Showing posts with label tips for writing groups. Show all posts
Showing posts with label tips for writing groups. Show all posts

Friday, December 27, 2019

'Tis the Season to Set Goals

One of the members of my critique group suggested that we have a separate meeting in January at one or our favorite coffee shops, away from our usual critique sessions, for an informal discussion about our goals for 2020. And to arrive with our goals in writing. Throughout the year we can check in with each other, see how we’re doing.

Yay. This method can work the way successful weight-loss programs work: by making ourselves accountable to someone. Why not do this for our writing? As a veteran of years of goal-setting and goal-breaking, I find myself excited and motivated by the prospect of putting my goals in writing and sharing them with my critique partners. This way my projects have an excellent chance of progressing, maybe even being completed.

Here’s what I plan to take to our meeting:
  • A 35x24 white board has sat in our garage gathering dust for years. I rescued it, cleaned it off, bought a brand new set of dry erase markers, found my old eraser, and propped it up in my office. The months are listed on the left, projects on the top; goals filled in now and will be updated throughout the year.
  • My goal plans were born on paper, typed up and ready to post on my goal board for the world to see. For my first book, about to be published, I typed up part of my marketing plan (the more detailed plan is kept in a three-ring binder), and to save space, I labelled its parts in phases. At the meeting I can explain the phases from my typed-up version, and throughout the year, as I go along completing my goals, I can erase them from the board and cross them off on paper.
  • Most of the goals I’ve set are short-term, aiming toward the long-term drop-dead goal.
Take a Step Back to Leap Forward
Another member found a terrific “Best of My Year” set of questions we can ask ourselves about how we did in 2019, which were recently posted on Emma D. Dryden’s blog, and can be found here:

What excited you this year about your art or writing?

What are you grateful for in the progress you’ve made in your art or writing and your goals?

What did you do this year to propel your story forward and/or to propel your career forward?

What did you do to invest in your art or writing?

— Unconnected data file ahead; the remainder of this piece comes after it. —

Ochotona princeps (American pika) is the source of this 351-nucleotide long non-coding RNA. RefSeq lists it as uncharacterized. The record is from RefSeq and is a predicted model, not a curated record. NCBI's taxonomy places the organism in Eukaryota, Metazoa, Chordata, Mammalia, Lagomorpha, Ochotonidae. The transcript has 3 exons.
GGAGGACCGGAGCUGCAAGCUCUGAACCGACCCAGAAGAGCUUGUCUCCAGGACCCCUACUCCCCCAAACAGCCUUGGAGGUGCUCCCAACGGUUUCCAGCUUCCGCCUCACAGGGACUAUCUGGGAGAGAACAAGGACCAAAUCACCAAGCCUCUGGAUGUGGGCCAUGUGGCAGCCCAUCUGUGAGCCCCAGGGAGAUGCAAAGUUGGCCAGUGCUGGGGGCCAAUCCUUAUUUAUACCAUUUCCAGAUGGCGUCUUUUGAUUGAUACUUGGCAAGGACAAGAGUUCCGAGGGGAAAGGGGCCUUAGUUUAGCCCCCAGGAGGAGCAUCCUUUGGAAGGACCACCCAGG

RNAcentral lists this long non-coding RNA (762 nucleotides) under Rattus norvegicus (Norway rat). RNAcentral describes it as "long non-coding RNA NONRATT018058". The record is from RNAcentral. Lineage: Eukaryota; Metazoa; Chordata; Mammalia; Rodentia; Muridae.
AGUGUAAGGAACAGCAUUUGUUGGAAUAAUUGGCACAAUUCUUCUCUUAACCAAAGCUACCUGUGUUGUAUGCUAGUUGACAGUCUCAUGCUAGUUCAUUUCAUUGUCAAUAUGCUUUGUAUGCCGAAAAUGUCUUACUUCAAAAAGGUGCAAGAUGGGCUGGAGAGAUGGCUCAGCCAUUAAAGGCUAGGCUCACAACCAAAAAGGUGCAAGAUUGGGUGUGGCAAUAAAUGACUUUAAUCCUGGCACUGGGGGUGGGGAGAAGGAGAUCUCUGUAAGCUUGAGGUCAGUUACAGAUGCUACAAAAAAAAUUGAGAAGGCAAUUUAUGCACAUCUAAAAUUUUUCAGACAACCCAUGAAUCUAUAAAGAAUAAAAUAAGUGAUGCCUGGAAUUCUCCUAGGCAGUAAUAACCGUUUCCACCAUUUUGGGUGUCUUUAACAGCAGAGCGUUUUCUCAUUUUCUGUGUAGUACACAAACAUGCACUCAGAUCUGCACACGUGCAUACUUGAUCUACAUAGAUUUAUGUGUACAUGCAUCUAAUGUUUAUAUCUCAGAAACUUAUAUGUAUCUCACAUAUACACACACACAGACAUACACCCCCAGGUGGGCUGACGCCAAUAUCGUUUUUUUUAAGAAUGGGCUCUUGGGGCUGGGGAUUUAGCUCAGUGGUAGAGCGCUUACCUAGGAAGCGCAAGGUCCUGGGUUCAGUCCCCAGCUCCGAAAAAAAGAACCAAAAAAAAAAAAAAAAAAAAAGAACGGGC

What did you do to invest in yourself?

Emma’s last words:
Bring it back to you and your creativity.
That's what matters most.
Hard to do, I know, but worth it.
You're worth it.
(And separate from social media if you have to!)

Let's make a date to meet back here in December 2020 on my monthly post date, the 27th, and see how much we've accomplished. If we take the time to set our goals, put them in writing, and follow through with them throughout the year, I predict we will be pleased--maybe even ecstatic--at what we've accomplished!
Introductory image courtesy of: Pinterest
Biggie 2020 goal: Use less paper!
Linda Wilson, a former elementary teacher and ICL graduate, has published over 150 articles for adults and children, and several short stories for children. She has recently become editor of the New Mexico SCBWI chapter newsletter, and is working on several projects for children. Follow Linda on Facebook.

Monday, October 24, 2011

The Benefits of Belonging to a Writing Group

Do you belong to a writing group? If you do then you may know the benefits of being part of a group of people with the same goals as yourself. If you haven't thought about the need to become a member of a group you might consider these benefits.
  • Writing is a solitary activity and belonging to a group forces you to relate to real people rather than the characters in your mind. Whether it is in person, by an online web cam, or within an online group who email back and forth, it will help keep your mind and your writing fresh.  You will gain feedback from a real person and return your opinions in an exchange that will help you improve as a writer. It will give you  a sense of belonging to these members and help you to be accountable for your writing and your goals.
  • An active writing group can offer critiques and suggestions when your manuscript seems to stall. An outsider can give an objective view of what is taking place in the story and shed light on making your characters come alive.
  • Being in an active and positive writing group is a way to network, find writing connections, and share contacts in the publishing world.
  • A writing group can help market your work and in return you will do the same. It is a win win for all active members and can lead to collaboration on future projects.
Making the most of a writing group is a big responsibility but well worth the effort. Be active, do your part to critique and participate in a timely manner, be respectful of the other members and their work, and share in promoting and networking. Keep communication open. Be honest if you cannot uphold your responsibility for a period of time and be dependable. Your commitment will ensure the success for all group members and that can only improve your chances for writing success.

Terri Forehand- Author of The Cancer Prayer Book ( )

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